More ominously, a fake home page modeled after Buchanan’s included miniature Nazi flags in the background of the opening photo.
A tour of the Internet landscape also makes clear that the care and feeding of the official pages has a way to go. For one thing, unless a potential voter has a high-speed computer and modem, it takes time and patience to crawl through these pages, often to find information that is out-of-date.
One example: Under “What’s New” on Alexander’s home page on Oct. 20 was a “VCR alert” that noted an “upcoming” Alexander appearance on Oct. 10.
Times researcher Rob Cioe contributed to this story.
* TALK SHOWS RAPPED: Bennett, allies open fire on daytime TV talk shows. A19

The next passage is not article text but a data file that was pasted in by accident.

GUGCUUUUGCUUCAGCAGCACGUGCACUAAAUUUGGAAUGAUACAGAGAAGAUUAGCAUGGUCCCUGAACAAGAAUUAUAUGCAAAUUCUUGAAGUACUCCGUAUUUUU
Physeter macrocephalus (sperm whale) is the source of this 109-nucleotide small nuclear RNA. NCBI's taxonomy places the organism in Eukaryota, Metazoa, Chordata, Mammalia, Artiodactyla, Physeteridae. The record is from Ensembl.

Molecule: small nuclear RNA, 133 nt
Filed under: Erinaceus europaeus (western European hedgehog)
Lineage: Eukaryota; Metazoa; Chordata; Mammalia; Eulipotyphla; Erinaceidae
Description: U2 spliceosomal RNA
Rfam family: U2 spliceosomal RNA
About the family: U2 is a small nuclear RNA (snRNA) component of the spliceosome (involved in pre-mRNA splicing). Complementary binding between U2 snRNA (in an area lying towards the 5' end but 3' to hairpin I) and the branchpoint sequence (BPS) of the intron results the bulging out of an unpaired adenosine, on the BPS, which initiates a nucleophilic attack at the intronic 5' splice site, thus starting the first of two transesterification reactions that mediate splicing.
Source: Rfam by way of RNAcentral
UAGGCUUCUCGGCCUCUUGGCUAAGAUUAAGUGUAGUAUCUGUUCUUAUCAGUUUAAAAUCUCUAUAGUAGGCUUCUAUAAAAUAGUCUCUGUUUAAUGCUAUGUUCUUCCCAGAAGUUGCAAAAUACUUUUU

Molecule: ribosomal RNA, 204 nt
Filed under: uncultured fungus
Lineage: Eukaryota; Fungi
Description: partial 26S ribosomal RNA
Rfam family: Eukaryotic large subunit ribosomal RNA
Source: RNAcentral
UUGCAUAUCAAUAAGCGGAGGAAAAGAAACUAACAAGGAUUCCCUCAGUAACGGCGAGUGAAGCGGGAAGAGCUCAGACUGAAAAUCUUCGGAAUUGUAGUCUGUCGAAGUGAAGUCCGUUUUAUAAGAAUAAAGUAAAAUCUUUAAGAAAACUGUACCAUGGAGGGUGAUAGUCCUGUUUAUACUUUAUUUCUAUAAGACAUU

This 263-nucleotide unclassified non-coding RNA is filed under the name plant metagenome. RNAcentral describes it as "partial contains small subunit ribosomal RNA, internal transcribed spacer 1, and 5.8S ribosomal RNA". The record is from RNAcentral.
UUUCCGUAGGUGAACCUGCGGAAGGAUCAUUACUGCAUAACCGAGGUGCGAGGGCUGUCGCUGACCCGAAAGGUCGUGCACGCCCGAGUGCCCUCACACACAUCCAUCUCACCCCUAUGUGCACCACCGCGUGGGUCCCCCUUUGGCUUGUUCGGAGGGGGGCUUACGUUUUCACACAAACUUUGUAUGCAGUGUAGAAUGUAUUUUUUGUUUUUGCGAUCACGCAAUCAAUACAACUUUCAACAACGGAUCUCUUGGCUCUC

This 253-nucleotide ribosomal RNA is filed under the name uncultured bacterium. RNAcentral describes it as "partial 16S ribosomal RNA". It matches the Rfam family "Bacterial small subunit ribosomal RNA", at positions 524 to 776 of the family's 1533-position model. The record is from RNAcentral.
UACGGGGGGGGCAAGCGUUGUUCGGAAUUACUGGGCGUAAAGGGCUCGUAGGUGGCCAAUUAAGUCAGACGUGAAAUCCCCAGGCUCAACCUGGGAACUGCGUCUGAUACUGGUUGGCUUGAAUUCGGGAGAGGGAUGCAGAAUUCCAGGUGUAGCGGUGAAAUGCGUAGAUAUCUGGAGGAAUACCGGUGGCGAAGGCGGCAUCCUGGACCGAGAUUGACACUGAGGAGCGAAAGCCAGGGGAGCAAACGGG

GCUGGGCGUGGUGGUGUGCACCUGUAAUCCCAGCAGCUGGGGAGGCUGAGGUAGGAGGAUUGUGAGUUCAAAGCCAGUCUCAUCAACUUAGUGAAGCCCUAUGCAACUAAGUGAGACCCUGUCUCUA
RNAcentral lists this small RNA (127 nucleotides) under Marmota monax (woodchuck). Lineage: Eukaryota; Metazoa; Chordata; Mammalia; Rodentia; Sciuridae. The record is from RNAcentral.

(BEGIN TEXT OF INFOBOX / INFOGRAPHIC)
Items contained on candidate home pages allow viewers to see a wide range of campaign material, order campaign bumper stickers, receive audio and video campaign recordings, and find out where to send campaign contributions.
Candidate: Patrick J. Buchanan
You can...: fill out a volunteer form and enlist in the Buchanan Brigade.
Candidate: Sen. Bob Dole
You can...: find out about the groups and organizations that are supporting his candidacy.
Candidate: Lamar Alexander
You can...: read this weekly press release called “Nashville Notes.”
Candidate: Sen. Richard G. Lugar
You can...: cast a ballot telling the campaign what issues are important to you.
Candidate: Sen. Phil Gramm
You can...: request a campaign bumper sticker and button.
For information on other campaigns: Project Vote Smart